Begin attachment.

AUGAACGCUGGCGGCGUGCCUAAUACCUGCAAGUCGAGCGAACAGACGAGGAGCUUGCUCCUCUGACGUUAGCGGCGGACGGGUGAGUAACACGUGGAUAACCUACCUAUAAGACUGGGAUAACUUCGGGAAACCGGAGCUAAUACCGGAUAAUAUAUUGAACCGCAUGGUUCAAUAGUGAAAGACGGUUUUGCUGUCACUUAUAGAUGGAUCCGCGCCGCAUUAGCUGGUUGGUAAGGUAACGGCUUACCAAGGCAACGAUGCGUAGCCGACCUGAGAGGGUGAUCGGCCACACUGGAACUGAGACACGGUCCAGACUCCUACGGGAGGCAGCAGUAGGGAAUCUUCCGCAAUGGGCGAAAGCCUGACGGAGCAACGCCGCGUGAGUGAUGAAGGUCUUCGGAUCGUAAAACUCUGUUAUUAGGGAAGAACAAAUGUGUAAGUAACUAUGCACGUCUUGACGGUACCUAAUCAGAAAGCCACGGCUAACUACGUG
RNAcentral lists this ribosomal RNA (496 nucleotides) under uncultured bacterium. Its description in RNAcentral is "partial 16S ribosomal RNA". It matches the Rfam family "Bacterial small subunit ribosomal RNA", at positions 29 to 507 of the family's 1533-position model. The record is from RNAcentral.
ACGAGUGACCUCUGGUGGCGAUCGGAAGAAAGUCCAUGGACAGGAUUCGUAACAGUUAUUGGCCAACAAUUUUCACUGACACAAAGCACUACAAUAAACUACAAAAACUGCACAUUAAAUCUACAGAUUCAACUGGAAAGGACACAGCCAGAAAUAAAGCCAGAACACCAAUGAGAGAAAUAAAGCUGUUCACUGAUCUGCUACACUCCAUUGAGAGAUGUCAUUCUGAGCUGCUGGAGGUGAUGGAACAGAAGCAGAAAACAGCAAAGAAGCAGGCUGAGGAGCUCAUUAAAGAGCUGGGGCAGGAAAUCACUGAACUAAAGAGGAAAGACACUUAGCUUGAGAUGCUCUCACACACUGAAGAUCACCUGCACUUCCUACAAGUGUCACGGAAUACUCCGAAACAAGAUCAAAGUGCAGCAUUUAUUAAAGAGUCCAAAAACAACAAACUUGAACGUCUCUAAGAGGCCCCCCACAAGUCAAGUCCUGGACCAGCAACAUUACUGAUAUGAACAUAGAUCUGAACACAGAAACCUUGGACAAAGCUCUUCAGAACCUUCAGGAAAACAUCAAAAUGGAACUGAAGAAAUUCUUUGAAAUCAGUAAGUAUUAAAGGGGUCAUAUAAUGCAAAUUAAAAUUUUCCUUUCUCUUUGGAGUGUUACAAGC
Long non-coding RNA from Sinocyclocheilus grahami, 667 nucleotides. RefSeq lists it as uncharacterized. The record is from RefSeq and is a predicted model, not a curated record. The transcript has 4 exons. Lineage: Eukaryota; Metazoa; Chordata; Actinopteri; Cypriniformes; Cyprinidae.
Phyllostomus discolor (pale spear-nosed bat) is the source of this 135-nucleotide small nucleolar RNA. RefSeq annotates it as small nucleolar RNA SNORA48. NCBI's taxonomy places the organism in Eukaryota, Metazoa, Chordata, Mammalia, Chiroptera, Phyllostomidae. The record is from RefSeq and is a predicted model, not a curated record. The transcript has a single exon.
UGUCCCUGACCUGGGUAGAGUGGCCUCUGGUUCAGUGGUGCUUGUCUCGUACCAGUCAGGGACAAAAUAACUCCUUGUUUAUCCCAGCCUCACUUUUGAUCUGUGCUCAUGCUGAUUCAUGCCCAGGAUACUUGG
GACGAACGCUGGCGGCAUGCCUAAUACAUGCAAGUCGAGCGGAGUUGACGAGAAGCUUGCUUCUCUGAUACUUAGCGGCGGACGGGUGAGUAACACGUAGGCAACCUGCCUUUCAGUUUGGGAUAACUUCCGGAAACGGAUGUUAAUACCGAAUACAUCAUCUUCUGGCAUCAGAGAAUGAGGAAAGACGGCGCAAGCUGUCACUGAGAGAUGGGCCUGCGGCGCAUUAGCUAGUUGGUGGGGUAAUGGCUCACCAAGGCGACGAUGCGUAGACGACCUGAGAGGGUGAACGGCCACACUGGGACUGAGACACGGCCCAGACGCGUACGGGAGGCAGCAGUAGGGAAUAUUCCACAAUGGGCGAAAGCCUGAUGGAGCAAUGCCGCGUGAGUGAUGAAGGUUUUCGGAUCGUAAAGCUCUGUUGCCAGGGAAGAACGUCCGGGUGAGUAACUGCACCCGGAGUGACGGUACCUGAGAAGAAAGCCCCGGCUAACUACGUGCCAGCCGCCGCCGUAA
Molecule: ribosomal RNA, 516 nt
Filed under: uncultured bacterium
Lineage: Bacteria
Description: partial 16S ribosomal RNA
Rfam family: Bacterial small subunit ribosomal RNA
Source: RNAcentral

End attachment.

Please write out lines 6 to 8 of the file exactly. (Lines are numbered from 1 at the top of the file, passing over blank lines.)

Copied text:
UGUCCCUGACCUGGGUAGAGUGGCCUCUGGUUCAGUGGUGCUUGUCUCGUACCAGUCAGGGACAAAAUAACUCCUUGUUUAUCCCAGCCUCACUUUUGAUCUGUGCUCAUGCUGAUUCAUGCCCAGGAUACUUGG
GACGAACGCUGGCGGCAUGCCUAAUACAUGCAAGUCGAGCGGAGUUGACGAGAAGCUUGCUUCUCUGAUACUUAGCGGCGGACGGGUGAGUAACACGUAGGCAACCUGCCUUUCAGUUUGGGAUAACUUCCGGAAACGGAUGUUAAUACCGAAUACAUCAUCUUCUGGCAUCAGAGAAUGAGGAAAGACGGCGCAAGCUGUCACUGAGAGAUGGGCCUGCGGCGCAUUAGCUAGUUGGUGGGGUAAUGGCUCACCAAGGCGACGAUGCGUAGACGACCUGAGAGGGUGAACGGCCACACUGGGACUGAGACACGGCCCAGACGCGUACGGGAGGCAGCAGUAGGGAAUAUUCCACAAUGGGCGAAAGCCUGAUGGAGCAAUGCCGCGUGAGUGAUGAAGGUUUUCGGAUCGUAAAGCUCUGUUGCCAGGGAAGAACGUCCGGGUGAGUAACUGCACCCGGAGUGACGGUACCUGAGAAGAAAGCCCCGGCUAACUACGUGCCAGCCGCCGCCGUAA
Molecule: ribosomal RNA, 516 nt